2017-12-01 / State News

USC Upstate Professor set to talk Black Sabbath at book signing

Spartanburg, S.C. – Dr. Nolan Stolz, assistant professor of music and coordinator of commercial music at the University of South Carolina Upstate, is slated to give a multimedia presentation and sign copies of his book “Experiencing Black Sabbath: A Listener’s Companion” Dec. 12 at the Hub City Bookshop.

Stolz said the presentation, which runs from 6-7 p.m., will include both readings from the book and samples of Black Sabbath songs.

“Sometimes you do book readings, but because this book walks the reader through the music, the idea is that you’re listening and then you read and then listen and then you read – you’re kind of following along with the recordings,” Stolz explained. “If I just read, I think it would be out of context, so what I’ll do is play some musical examples, then do a reading – essentially what the readers would do on their on time.”

Considered to be one of the leading pioneers of the heavy metal genre, the members of Birmingham, England’s Black Sabbath began playing under that name in 1969. The band underwent many lineup changes in the intervening years, but continued to deliver its signature thunderous sound until this year, when the members officially disbanded.

The book was three years in the writing and is part of the Listener’s-Companion series produced by publisher Rowman & Littlefield.

“I was in Milwaukee at a conference of music theorists and musicologists, and the publisher had a booth set up and I was talking to them,” he recounted. “They asked me about my research and I was saying about how I was writing a paper about Black Sabbath for a conference in France and they seemed really interested. They asked me if I would be interested in doing a Black Sabbath book. So I thought about it and did a whole book proposal, and they liked the idea and went with it.”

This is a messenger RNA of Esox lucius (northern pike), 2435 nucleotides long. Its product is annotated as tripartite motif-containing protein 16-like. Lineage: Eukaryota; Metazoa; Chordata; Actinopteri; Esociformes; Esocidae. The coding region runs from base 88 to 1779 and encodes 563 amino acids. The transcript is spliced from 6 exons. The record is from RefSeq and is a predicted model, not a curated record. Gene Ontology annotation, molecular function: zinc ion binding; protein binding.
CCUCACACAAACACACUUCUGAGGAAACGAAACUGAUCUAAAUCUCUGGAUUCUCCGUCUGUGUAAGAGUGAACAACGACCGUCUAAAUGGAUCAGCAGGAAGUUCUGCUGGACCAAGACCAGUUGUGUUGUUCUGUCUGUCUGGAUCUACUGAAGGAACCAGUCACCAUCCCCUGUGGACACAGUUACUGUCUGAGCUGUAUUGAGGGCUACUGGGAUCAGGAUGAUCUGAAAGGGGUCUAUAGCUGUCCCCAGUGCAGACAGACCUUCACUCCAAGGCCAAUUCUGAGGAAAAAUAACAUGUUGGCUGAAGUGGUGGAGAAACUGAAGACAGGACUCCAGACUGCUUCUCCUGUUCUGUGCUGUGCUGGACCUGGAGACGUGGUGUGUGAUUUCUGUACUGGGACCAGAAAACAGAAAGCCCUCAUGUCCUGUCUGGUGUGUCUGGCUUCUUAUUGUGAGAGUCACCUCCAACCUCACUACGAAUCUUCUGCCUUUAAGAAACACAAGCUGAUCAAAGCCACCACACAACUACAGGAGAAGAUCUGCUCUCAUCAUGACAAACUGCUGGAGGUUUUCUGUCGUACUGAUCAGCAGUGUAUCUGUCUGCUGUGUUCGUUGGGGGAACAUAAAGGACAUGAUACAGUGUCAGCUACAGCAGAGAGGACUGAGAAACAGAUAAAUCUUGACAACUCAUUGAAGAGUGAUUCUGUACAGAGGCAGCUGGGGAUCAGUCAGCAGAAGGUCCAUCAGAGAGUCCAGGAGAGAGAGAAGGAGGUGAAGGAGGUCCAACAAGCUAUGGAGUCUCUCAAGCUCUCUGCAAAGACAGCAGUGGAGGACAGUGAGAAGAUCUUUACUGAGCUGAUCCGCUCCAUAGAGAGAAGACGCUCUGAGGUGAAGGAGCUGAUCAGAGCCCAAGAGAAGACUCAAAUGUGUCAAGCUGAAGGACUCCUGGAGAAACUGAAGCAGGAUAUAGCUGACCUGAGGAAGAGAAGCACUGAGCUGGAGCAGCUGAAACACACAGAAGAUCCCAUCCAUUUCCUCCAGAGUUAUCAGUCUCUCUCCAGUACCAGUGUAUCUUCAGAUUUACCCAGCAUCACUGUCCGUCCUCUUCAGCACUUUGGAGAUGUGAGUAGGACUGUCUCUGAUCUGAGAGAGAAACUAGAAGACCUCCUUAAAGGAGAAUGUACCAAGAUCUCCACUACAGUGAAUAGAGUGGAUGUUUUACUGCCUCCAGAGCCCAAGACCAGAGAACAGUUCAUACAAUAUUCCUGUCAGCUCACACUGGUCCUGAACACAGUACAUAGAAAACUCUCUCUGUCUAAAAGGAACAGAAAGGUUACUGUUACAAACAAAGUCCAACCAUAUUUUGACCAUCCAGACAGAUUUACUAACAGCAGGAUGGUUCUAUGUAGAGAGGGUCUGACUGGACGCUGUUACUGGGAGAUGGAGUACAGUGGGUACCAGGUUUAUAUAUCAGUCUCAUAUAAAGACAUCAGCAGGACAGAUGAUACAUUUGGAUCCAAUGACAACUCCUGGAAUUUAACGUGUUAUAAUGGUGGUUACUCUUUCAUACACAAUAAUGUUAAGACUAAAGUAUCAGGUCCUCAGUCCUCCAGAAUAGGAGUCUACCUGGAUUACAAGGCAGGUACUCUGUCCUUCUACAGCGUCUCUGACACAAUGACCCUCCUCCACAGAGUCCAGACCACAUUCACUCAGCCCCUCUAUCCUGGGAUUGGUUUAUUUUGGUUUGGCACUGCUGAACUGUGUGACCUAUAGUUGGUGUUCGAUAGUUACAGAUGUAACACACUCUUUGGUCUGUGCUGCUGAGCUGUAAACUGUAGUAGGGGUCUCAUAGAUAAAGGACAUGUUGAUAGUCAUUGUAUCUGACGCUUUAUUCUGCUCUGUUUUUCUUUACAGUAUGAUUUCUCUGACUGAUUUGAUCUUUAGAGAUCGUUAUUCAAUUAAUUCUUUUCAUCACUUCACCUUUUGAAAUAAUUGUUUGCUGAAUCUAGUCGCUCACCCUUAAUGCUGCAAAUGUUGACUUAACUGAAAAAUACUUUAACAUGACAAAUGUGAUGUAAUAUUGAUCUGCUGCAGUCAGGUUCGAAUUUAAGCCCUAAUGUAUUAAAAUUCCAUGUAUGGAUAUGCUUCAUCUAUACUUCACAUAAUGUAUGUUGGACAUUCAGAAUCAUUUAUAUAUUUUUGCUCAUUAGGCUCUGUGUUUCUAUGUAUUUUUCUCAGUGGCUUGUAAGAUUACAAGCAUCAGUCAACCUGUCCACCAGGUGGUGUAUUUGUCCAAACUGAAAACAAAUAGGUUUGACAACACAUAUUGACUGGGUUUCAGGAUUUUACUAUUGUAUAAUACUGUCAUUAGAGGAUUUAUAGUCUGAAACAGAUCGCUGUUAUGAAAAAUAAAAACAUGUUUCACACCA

During research and writing “Experiencing Black Sabbath,” Stolz was able to interview several Black Sabbath members, including drummers Malcom Cope and Bobby Rondinelli, bassist Laurence Cottle, keyboard player Jezz Woodroffe, lead singer Tony Martin, and early manager Jim Simpson. He also visited the band’s hometown, Birmingham.

Even with such resources, Stolz said, it was often difficult to ferret out the facts about the band’s history.

“Once the book idea came about, then I really had to do an intensive study of their entire catalogue, from their demos and the first album all the way to their most-recent album. Really, every song they ever did in the studio for a release is covered in the book,” he said. “There’s also a lot of research involved, sometimes just to figure out an actual timeline. There are a lot of miss-told stories and incorrect dates and facts that are out there. Sometimes I would spend three hours on just one sentence, because I could not quite verify what I needed to. There was a ton of work involved in that respect.”

Despite the painstaking research, Stolz said the book is not targeted at scholarly readers.

“I avoid jargon so that it’s readable by the general public, but there’s enough of a musician’s perspective to give greater depth and understanding of the music at hand,” he said.

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